Apple’s M2 Pro beats last year’s M1 Max in CPU performance: MacBook Pro and Mac mini (2023)

MacBook Pro/Mac mini 2023
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In a surprise move, Apple quietly unveiled its M2 Pro/M2 Max chips last week, along with a refreshed 14-inch/16-inch MacBook Pro and Mac mini (2023).

Visually, both devices look identical to their predecessors, which makes sense given that the MacBook Pro was redesigned in 2021, and the Mac mini is not really needs a facelift due to its comparatively cheap and simple design (how much more can you really do with it?).

The main question surrounding the two new devices is how the M2 Pro and M2 Max chips compare to the M1 Pro/M2 Max, and whether Apple’s upgraded chips offer a notable improvement over the somewhat disappointing M2, which was only a marginal upgrade over the M1. .

Mac mini with Studio Display

Unfortunately, I wasn’t able to get my hands on a MacBook Pro with the M2 Max chip, but with the below M2 Pro benchmarks in mind, it’s safe to assume that it would outperform all existing M2 Apple chips and likely come close to matching last year’s M1 Ultra in terms of performance (I’ll update this story with M2 Max benchmarks if I can put one through its paces). I have also not tested the 16-inch version of the MacBook Pro (2023).

But before we dive into the benchmarks, let’s examine the subtle hardware changes offered by the 14-inch MacBook Pro and Mac mini (2023).

14-inch MacBook Pro (2023)

While the overall design of Apple’s flagship laptop remains the same, there are minor hardware changes under the hood of the new MacBook Pro.

First, the MacBook Pro (2023) supports Wi-Fi 6E, an upgrade over the Wi-Fi 6 offered by the M1 Pro and M1 Max versions. This gives the new 14-inch/16-inch MacBook Pro access to a 6GHz frequency band as long as you have a router that supports it (Google’s recently released Nest Wifi Pro includes Wi-Fi 6E, for example).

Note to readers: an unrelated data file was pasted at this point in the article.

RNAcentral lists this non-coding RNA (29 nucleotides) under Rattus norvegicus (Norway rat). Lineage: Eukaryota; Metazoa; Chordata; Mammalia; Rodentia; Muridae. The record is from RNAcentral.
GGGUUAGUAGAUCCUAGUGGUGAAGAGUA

The laptop also supports Bluetooth 5.3 and finally HDMI 2.1, which could be a notable upgrade if you own a high-end monitor that offers a refresh rate above 60Hz (it’s puzzling that the 2021 redesign didn’t already include HDMI 2.1).

Apple’s MacBook Pro (2021) has an HDMI 2.0 port, which outputs to a single 4K display at 60Hz. You can reach higher refresh rates via a USB-C/Thunderbolt 4 to Display Port adapter, despite Apple’s claims (this is what I did with my LG UltraGear display). However, this requires an expensive cable rather than a standard HDMI 2.0 cable.

With the MacBook Pro (2023), you can now use the laptop’s built-in HDMI 2.1 port to connect to an 8K display at up to 60Hz or a 4K display at 240Hz, as long as you have a compatible HDMI cable. This makes it easier to take advantage of the higher refresh rate that some 4K displays offer.

Apple also claims about an hour improvement in battery life with the M2 Pro/M2 Max. I’ve only spent a few hours with the laptop, so I’ll have to take the tech giant’s word on that estimate, but to Apple’s credit, its battery life estimates are usually accurate.

And finally, both the “Space Gray” and “Silver” versions of the MacBook Pro (2023) have a color-matched braided MagSafe cable, just like the MacBook Air (2022). This obviously doesn’t improve the laptop’s performance, but it’s still a cool design change.

Mac Mini (2023)

On the Mac mini (2023) side, the situation is largely the same in terms of hardware upgrades beyond the new M2 or M2 Pro chip (there’s no M2 Max mini, with Apple likely to keep that chip for a future Mac Studio upgrade ). The new desktop unit features Wi-Fi 6E, HDMI 2.1 and Bluetooth 2.1, just like its 14-inch and 16-inch laptop counterparts.